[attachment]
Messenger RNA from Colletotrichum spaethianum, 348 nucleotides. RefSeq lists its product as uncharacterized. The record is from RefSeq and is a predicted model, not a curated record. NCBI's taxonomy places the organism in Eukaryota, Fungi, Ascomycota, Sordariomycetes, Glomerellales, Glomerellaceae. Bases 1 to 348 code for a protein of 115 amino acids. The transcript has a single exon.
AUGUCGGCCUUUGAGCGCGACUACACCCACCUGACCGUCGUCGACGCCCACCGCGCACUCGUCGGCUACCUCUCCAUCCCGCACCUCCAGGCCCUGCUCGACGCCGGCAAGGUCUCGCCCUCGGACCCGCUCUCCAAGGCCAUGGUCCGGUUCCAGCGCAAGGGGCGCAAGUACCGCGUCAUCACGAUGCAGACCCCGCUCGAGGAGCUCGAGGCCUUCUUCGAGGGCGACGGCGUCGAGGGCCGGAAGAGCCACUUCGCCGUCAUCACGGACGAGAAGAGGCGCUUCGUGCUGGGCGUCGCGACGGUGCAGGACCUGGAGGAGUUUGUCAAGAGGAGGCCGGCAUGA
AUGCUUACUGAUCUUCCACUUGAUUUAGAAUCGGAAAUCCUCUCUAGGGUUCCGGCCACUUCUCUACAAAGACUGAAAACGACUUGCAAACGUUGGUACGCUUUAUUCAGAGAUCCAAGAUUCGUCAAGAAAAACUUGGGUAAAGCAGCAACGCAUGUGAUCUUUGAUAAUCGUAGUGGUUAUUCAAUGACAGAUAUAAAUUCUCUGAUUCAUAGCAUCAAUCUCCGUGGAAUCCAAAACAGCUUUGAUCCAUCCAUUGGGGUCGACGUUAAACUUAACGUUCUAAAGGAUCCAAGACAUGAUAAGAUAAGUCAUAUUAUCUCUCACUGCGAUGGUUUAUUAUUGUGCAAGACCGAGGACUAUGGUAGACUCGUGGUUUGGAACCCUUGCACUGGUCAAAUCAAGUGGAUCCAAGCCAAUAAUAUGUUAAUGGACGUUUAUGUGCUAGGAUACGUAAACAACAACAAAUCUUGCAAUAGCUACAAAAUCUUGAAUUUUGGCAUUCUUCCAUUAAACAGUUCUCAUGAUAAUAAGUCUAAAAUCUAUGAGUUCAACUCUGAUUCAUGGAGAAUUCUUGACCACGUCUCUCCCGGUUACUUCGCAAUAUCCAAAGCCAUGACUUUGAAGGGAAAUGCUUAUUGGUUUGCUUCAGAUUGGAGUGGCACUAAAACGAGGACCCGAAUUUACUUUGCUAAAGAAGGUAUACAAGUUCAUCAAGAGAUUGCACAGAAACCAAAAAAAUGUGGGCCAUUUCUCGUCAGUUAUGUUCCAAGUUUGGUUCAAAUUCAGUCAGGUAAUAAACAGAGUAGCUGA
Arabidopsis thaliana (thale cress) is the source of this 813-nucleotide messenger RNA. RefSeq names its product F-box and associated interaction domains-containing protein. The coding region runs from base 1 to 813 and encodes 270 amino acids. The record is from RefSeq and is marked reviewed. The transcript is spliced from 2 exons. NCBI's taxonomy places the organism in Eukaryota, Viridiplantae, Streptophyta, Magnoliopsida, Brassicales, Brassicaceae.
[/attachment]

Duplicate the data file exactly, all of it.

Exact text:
Messenger RNA from Colletotrichum spaethianum, 348 nucleotides. RefSeq lists its product as uncharacterized. The record is from RefSeq and is a predicted model, not a curated record. NCBI's taxonomy places the organism in Eukaryota, Fungi, Ascomycota, Sordariomycetes, Glomerellales, Glomerellaceae. Bases 1 to 348 code for a protein of 115 amino acids. The transcript has a single exon.
AUGUCGGCCUUUGAGCGCGACUACACCCACCUGACCGUCGUCGACGCCCACCGCGCACUCGUCGGCUACCUCUCCAUCCCGCACCUCCAGGCCCUGCUCGACGCCGGCAAGGUCUCGCCCUCGGACCCGCUCUCCAAGGCCAUGGUCCGGUUCCAGCGCAAGGGGCGCAAGUACCGCGUCAUCACGAUGCAGACCCCGCUCGAGGAGCUCGAGGCCUUCUUCGAGGGCGACGGCGUCGAGGGCCGGAAGAGCCACUUCGCCGUCAUCACGGACGAGAAGAGGCGCUUCGUGCUGGGCGUCGCGACGGUGCAGGACCUGGAGGAGUUUGUCAAGAGGAGGCCGGCAUGA
AUGCUUACUGAUCUUCCACUUGAUUUAGAAUCGGAAAUCCUCUCUAGGGUUCCGGCCACUUCUCUACAAAGACUGAAAACGACUUGCAAACGUUGGUACGCUUUAUUCAGAGAUCCAAGAUUCGUCAAGAAAAACUUGGGUAAAGCAGCAACGCAUGUGAUCUUUGAUAAUCGUAGUGGUUAUUCAAUGACAGAUAUAAAUUCUCUGAUUCAUAGCAUCAAUCUCCGUGGAAUCCAAAACAGCUUUGAUCCAUCCAUUGGGGUCGACGUUAAACUUAACGUUCUAAAGGAUCCAAGACAUGAUAAGAUAAGUCAUAUUAUCUCUCACUGCGAUGGUUUAUUAUUGUGCAAGACCGAGGACUAUGGUAGACUCGUGGUUUGGAACCCUUGCACUGGUCAAAUCAAGUGGAUCCAAGCCAAUAAUAUGUUAAUGGACGUUUAUGUGCUAGGAUACGUAAACAACAACAAAUCUUGCAAUAGCUACAAAAUCUUGAAUUUUGGCAUUCUUCCAUUAAACAGUUCUCAUGAUAAUAAGUCUAAAAUCUAUGAGUUCAACUCUGAUUCAUGGAGAAUUCUUGACCACGUCUCUCCCGGUUACUUCGCAAUAUCCAAAGCCAUGACUUUGAAGGGAAAUGCUUAUUGGUUUGCUUCAGAUUGGAGUGGCACUAAAACGAGGACCCGAAUUUACUUUGCUAAAGAAGGUAUACAAGUUCAUCAAGAGAUUGCACAGAAACCAAAAAAAUGUGGGCCAUUUCUCGUCAGUUAUGUUCCAAGUUUGGUUCAAAUUCAGUCAGGUAAUAAACAGAGUAGCUGA
Arabidopsis thaliana (thale cress) is the source of this 813-nucleotide messenger RNA. RefSeq names its product F-box and associated interaction domains-containing protein. The coding region runs from base 1 to 813 and encodes 270 amino acids. The record is from RefSeq and is marked reviewed. The transcript is spliced from 2 exons. NCBI's taxonomy places the organism in Eukaryota, Viridiplantae, Streptophyta, Magnoliopsida, Brassicales, Brassicaceae.